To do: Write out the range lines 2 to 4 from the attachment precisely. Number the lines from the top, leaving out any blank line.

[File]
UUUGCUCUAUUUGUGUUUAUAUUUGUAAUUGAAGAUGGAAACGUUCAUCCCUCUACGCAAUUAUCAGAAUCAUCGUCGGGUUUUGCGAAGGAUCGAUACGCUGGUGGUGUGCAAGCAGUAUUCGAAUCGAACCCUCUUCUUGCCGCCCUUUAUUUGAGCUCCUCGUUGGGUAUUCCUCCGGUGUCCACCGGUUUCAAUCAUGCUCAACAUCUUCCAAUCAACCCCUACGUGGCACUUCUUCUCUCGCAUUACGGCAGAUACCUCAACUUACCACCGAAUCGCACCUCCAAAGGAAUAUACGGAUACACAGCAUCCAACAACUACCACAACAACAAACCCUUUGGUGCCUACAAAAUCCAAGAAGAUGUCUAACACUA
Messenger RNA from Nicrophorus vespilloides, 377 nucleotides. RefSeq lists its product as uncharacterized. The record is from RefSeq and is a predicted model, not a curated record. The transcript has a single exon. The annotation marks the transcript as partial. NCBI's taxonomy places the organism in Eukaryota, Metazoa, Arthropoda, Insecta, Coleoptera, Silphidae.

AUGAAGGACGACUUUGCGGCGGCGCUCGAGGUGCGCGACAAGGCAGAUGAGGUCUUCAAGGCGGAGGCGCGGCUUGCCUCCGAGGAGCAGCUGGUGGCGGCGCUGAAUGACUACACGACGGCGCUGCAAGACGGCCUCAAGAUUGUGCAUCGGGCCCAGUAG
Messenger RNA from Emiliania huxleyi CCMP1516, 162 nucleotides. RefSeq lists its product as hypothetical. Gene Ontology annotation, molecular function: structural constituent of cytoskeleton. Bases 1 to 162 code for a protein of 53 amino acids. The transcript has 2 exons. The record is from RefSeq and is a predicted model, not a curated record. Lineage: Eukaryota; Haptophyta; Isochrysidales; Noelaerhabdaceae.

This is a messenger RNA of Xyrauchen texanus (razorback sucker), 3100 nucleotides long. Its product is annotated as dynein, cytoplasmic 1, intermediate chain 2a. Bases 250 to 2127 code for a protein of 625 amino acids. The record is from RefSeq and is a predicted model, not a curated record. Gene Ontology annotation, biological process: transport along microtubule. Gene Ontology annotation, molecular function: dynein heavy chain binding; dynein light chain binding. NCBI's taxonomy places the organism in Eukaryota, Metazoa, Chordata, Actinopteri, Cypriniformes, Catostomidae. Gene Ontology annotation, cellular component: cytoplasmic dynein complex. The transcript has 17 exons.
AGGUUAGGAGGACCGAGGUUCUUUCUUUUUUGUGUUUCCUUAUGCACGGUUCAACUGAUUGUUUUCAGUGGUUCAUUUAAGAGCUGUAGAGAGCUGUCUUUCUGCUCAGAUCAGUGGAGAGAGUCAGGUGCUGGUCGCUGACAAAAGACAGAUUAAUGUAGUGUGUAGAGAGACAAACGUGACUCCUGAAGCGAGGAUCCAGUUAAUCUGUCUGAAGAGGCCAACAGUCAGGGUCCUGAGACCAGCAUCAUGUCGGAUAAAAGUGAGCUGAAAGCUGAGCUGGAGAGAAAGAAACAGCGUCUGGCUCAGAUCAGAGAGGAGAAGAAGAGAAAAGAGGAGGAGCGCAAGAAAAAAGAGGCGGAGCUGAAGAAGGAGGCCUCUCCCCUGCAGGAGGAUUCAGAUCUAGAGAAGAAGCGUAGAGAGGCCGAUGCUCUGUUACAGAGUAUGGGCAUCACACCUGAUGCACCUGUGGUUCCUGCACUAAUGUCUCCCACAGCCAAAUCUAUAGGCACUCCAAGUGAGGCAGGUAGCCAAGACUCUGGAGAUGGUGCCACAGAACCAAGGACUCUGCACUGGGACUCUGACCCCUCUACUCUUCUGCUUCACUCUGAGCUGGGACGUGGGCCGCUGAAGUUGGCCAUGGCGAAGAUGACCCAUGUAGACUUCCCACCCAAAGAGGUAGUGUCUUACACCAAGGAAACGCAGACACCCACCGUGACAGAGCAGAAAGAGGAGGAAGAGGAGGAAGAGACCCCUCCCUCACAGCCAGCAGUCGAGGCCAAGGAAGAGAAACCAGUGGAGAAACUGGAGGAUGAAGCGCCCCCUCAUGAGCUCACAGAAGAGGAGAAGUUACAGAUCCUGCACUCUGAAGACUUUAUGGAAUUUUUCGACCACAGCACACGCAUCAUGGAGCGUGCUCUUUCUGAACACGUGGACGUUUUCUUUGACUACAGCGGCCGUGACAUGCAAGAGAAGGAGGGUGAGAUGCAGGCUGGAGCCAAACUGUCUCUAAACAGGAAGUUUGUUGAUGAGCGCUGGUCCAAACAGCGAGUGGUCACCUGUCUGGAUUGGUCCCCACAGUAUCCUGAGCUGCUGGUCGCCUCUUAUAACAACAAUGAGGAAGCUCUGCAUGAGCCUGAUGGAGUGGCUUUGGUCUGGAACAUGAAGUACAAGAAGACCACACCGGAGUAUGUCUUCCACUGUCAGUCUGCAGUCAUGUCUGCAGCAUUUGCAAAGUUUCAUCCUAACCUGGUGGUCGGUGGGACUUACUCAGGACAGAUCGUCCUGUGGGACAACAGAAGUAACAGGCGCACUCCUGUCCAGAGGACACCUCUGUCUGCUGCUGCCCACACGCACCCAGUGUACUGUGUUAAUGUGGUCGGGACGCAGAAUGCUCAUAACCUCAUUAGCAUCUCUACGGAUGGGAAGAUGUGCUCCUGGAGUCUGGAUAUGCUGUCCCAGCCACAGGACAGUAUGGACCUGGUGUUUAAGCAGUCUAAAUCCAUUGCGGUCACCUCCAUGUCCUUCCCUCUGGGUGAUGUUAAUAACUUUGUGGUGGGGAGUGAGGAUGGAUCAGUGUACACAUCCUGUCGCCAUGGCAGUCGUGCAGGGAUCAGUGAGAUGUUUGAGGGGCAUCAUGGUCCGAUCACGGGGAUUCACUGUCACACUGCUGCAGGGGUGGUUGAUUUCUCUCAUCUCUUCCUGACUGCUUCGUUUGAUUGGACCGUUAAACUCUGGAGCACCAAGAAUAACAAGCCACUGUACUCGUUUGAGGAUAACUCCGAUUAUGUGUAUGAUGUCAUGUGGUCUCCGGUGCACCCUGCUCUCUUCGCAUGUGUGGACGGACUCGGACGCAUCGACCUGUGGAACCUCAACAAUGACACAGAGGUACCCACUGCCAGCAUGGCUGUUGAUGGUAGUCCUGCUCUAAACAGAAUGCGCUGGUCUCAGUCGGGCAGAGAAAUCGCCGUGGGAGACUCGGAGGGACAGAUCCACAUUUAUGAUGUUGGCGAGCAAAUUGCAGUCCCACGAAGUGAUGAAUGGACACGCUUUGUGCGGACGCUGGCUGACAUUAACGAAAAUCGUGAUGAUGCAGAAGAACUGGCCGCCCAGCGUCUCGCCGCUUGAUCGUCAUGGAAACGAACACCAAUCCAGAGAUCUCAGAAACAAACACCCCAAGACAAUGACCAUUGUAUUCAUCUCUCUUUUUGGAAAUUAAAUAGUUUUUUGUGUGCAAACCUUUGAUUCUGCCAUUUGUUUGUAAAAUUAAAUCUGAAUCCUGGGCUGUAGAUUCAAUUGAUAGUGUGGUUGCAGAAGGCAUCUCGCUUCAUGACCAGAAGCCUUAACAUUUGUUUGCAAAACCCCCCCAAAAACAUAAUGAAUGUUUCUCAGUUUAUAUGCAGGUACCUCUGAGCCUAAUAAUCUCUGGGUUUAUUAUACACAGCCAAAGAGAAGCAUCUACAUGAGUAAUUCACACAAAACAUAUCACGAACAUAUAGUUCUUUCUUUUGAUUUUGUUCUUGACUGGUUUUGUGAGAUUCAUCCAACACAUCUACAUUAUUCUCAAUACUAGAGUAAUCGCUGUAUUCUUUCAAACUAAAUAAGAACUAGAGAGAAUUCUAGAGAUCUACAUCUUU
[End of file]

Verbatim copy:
Messenger RNA from Nicrophorus vespilloides, 377 nucleotides. RefSeq lists its product as uncharacterized. The record is from RefSeq and is a predicted model, not a curated record. The transcript has a single exon. The annotation marks the transcript as partial. NCBI's taxonomy places the organism in Eukaryota, Metazoa, Arthropoda, Insecta, Coleoptera, Silphidae.

AUGAAGGACGACUUUGCGGCGGCGCUCGAGGUGCGCGACAAGGCAGAUGAGGUCUUCAAGGCGGAGGCGCGGCUUGCCUCCGAGGAGCAGCUGGUGGCGGCGCUGAAUGACUACACGACGGCGCUGCAAGACGGCCUCAAGAUUGUGCAUCGGGCCCAGUAG
Messenger RNA from Emiliania huxleyi CCMP1516, 162 nucleotides. RefSeq lists its product as hypothetical. Gene Ontology annotation, molecular function: structural constituent of cytoskeleton. Bases 1 to 162 code for a protein of 53 amino acids. The transcript has 2 exons. The record is from RefSeq and is a predicted model, not a curated record. Lineage: Eukaryota; Haptophyta; Isochrysidales; Noelaerhabdaceae.